Designer, writer and television presenter, Kevin McCloud leapt into our consciousness with his vastly successful Grand Designs show on Channel 4. This month, the affable architectural business owner talks about whether our desire for tech-driven homes is distracting us from what’s really important.
It’s astonishing how much we lean on technology now, from the impressive to the mundane. Homes have become ecosystems of automation, where smart fridges keep tabs on our groceries, and app-controlled systems regulate temperature, lighting, and even security. It’s as if our homes have taken a leap into the realm of science fiction, and we’re living the dream of a future once only imagined.
Yet, with all these advancements and novelties, we must remember the essence of what makes a house a home. It’s not the flashing lights, the touch screens, or the voice commands. No, it’s something far more intimate, more visceral. It’s how the space makes us feel.
It could be the view from the living room window, where the morning sun dapples through the leaves of the old oak tree in the garden. Or perhaps it’s your favourite chair, worn and weathered, but moulded to you in a way that no other piece of furniture is. It’s in these small, earthy connections that our homes come alive.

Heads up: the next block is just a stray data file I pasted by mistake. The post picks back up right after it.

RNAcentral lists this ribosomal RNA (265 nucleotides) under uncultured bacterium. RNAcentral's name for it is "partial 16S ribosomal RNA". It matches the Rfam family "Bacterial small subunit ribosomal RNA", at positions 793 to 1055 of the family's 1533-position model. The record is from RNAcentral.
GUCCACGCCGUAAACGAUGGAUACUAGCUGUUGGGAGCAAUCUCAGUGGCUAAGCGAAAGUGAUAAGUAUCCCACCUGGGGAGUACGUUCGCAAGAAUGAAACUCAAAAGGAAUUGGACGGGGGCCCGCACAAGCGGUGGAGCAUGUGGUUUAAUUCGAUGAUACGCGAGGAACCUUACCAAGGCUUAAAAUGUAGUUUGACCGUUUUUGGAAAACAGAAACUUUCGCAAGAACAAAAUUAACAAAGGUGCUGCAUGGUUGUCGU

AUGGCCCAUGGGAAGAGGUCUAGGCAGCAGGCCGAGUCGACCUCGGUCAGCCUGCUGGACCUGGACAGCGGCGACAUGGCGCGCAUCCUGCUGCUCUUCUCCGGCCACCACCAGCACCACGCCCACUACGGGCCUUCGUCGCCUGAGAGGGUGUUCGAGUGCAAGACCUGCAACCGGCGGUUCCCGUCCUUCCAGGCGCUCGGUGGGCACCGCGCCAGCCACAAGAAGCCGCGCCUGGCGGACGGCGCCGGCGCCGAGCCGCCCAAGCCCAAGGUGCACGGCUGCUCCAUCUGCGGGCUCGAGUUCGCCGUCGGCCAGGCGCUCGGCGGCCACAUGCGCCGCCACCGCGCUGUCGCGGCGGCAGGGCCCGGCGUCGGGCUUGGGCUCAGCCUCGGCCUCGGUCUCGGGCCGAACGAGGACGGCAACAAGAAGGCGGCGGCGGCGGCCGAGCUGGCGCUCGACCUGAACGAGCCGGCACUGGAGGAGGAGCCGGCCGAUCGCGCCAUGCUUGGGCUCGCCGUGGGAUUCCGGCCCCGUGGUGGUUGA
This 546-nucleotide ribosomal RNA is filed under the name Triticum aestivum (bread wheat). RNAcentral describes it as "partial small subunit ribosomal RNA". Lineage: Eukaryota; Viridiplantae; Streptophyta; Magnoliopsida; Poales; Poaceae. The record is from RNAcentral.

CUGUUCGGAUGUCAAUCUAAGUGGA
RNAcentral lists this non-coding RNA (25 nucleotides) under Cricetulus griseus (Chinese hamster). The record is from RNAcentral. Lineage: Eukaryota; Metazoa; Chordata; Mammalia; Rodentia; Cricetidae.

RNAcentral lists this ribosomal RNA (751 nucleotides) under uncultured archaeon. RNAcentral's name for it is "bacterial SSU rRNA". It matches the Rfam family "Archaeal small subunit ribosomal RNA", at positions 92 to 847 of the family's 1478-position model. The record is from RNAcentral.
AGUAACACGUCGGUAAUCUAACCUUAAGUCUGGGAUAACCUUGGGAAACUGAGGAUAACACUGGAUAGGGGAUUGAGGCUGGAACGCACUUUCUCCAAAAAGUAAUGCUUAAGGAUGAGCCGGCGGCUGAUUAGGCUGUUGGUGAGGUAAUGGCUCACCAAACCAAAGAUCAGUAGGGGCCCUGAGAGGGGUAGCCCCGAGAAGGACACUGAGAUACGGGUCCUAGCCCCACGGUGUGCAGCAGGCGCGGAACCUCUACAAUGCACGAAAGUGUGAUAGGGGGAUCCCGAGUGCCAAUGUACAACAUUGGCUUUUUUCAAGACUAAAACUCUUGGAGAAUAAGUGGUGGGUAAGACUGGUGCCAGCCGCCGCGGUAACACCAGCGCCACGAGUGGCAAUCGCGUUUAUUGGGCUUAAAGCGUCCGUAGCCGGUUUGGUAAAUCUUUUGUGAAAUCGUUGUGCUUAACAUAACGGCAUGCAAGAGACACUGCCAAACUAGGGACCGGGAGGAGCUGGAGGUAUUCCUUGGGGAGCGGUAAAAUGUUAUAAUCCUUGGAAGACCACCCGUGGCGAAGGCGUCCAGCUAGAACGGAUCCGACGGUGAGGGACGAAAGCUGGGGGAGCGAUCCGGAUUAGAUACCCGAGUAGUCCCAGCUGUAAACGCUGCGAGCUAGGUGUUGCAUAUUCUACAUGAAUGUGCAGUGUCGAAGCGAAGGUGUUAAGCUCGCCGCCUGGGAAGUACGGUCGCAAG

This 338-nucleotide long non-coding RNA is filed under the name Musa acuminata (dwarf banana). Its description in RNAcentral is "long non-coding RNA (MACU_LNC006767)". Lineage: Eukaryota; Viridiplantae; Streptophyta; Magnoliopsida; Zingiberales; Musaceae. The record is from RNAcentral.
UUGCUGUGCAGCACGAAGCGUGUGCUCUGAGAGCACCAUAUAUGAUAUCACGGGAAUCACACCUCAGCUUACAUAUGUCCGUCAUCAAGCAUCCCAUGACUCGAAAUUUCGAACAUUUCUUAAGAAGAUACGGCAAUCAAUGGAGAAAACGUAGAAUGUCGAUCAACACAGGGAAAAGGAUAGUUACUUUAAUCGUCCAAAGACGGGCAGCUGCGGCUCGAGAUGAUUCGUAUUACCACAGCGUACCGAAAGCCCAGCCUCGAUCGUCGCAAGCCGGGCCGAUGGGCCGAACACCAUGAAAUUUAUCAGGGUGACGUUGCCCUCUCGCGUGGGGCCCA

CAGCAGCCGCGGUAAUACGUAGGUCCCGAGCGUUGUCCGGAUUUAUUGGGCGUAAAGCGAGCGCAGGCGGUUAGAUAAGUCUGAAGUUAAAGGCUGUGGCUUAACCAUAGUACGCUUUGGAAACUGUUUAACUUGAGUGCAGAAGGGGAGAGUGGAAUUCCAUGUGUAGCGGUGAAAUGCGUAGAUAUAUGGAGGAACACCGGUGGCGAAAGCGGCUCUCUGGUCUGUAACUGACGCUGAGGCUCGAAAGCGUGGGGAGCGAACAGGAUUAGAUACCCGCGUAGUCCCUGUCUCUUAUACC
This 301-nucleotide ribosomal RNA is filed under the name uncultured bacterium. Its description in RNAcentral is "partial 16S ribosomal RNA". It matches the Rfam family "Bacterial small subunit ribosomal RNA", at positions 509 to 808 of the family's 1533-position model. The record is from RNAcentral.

Who hasn’t enjoyed that moment of sinking into a warm bath after a long day, or savouring a hot cup of tea while nestled into that favourite nook with a book? Or perhaps it’s that cherished painting, the one that transports you to a different place every time you look at it.
As we hurtle towards an increasingly digital future, I urge you to remember the real treasures of home. These are not found in microchips and touchscreens, but in the quiet moments of comfort and joy that these spaces afford us. It’s the laughter that fills the dining room during a family meal, the peaceful solitude of a garden view, or the simple pleasure of curling up in a loved armchair.
The trend, I agree, is to envelop our homes in technology. It’s exciting, it’s convenient, and it’s impressive. Yet as we embrace this digital revolution, let’s not forget the beating heart of our homes. It’s the simple things, the tangible, the personal, that truly make our homes special.